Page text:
New Holocaust memorial and museum in London

London has announced the establishment of a major Holocaust memorial and museum. Although an exact location has yet to be determined, three prominent sites in the city have been shortlisted for the buildings.

Spitfire in flight

Spitfire in flight Image by Tony Hisgett / CC BY 2.0

There will also be an open-air memorial serving as the centrepiece, which will be housed near a National Learning Centre. This, the Evening Standard reports, will contain a vast library of the testimonies of survivors of the Nazi camps and the British soldiers who helped to liberate them. And those who survived the genocide still living in Britain will be asked to give their testimony in photographs, words and video recordings.

Holocaust victim in Nordhausen

Holocaust victim in Nordhausen Image by Louise Palanker / CC BY 2.0

The Holocaust Commission, chaired by Mick Davis of the Jewish Leadership Council, was set up in 2013 to establish a permanent memorial and learning centre. The Government will contribute £50 million towards the construction and an endowment, but the project will in the main be donor financed. The sites are Potters Field, near Tower Bridge and City Hall; an area next to Millbank Tower in Westminster; and the Imperial War Museum.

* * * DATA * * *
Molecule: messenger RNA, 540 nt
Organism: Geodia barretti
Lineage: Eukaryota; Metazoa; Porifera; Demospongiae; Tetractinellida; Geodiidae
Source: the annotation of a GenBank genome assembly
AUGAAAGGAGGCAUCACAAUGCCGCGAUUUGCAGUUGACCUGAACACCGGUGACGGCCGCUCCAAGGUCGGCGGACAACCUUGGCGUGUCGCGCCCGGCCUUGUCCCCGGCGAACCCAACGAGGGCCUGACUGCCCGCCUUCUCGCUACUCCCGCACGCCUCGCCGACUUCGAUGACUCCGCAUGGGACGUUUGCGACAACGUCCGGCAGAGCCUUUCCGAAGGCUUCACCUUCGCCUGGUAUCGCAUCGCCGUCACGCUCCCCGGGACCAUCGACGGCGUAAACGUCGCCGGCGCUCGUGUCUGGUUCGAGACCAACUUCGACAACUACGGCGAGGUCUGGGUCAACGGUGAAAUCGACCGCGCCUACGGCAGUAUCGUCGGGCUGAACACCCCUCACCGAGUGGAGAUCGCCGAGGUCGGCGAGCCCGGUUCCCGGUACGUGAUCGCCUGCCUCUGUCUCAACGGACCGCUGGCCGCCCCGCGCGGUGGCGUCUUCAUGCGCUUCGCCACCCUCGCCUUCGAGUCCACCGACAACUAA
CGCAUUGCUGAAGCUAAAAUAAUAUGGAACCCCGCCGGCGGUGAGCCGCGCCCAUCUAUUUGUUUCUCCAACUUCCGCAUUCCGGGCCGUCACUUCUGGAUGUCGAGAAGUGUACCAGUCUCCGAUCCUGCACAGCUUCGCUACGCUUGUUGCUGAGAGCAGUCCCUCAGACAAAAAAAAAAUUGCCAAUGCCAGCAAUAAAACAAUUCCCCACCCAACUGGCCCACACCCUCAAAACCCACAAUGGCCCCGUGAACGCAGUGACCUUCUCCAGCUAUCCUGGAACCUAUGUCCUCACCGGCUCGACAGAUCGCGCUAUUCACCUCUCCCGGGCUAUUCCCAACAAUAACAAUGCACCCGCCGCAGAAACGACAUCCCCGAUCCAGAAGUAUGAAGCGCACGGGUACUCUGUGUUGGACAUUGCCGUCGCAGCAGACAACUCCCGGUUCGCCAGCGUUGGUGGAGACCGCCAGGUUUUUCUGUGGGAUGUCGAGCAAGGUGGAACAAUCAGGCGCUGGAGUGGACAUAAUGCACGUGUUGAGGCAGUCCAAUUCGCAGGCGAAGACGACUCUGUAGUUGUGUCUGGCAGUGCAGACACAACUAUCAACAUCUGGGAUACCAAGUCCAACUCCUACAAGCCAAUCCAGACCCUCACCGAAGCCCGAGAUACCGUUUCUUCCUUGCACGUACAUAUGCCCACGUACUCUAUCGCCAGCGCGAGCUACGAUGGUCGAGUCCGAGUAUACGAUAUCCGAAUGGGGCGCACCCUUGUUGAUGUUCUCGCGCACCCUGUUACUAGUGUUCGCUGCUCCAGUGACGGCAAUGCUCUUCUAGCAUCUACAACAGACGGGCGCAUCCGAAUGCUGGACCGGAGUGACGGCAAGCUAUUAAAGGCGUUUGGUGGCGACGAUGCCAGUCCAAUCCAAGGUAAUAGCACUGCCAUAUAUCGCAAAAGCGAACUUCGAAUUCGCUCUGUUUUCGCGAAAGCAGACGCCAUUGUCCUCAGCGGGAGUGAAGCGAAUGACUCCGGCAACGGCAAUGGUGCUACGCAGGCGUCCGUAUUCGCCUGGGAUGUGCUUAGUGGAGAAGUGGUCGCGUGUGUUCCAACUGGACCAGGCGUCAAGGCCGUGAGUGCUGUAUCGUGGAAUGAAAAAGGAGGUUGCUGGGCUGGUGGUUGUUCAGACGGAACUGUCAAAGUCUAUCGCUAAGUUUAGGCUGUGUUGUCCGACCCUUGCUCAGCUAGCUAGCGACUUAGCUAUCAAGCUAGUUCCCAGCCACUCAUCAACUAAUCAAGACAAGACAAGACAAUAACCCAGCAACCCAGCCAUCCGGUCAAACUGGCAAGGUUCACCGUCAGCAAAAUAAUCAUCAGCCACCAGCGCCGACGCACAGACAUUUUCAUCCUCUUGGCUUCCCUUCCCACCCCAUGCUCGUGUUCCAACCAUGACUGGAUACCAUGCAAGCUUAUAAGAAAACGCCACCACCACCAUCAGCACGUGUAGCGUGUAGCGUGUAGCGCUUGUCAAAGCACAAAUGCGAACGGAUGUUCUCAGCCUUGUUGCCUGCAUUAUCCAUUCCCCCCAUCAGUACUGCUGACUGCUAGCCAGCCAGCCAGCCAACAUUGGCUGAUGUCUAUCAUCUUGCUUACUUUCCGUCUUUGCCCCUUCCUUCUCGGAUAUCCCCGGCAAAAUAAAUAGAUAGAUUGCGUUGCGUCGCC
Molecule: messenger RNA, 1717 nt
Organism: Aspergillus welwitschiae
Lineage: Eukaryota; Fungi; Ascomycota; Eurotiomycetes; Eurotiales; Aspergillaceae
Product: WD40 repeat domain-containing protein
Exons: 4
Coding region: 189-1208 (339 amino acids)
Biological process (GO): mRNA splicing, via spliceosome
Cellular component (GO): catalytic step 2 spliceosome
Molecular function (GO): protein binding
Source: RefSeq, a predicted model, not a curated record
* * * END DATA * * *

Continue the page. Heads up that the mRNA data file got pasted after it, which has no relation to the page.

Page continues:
On Tuesday, portraits of genocide survivors were beamed on to the wall of Royal Festival Hall, one of more than 2,400 events taking place across the UK this week to mark 70 years since the liberation of Auschwitz. Politicians, dignitaries and religious leaders joined with 1,000 guests, including survivors in Westminster for a commemorative event, and 70 candles designed by sculptor Sir Anish Kapoor to mark the occasion were lit at locations in the capital, around the country and at Auschwitz, in Poland.

At Auschwitz, 300 survivors were gathering again today, joined by leaders from 39 countries as well as guests such as Schindler’s List director Steven Spielberg, to honour the millions who died.

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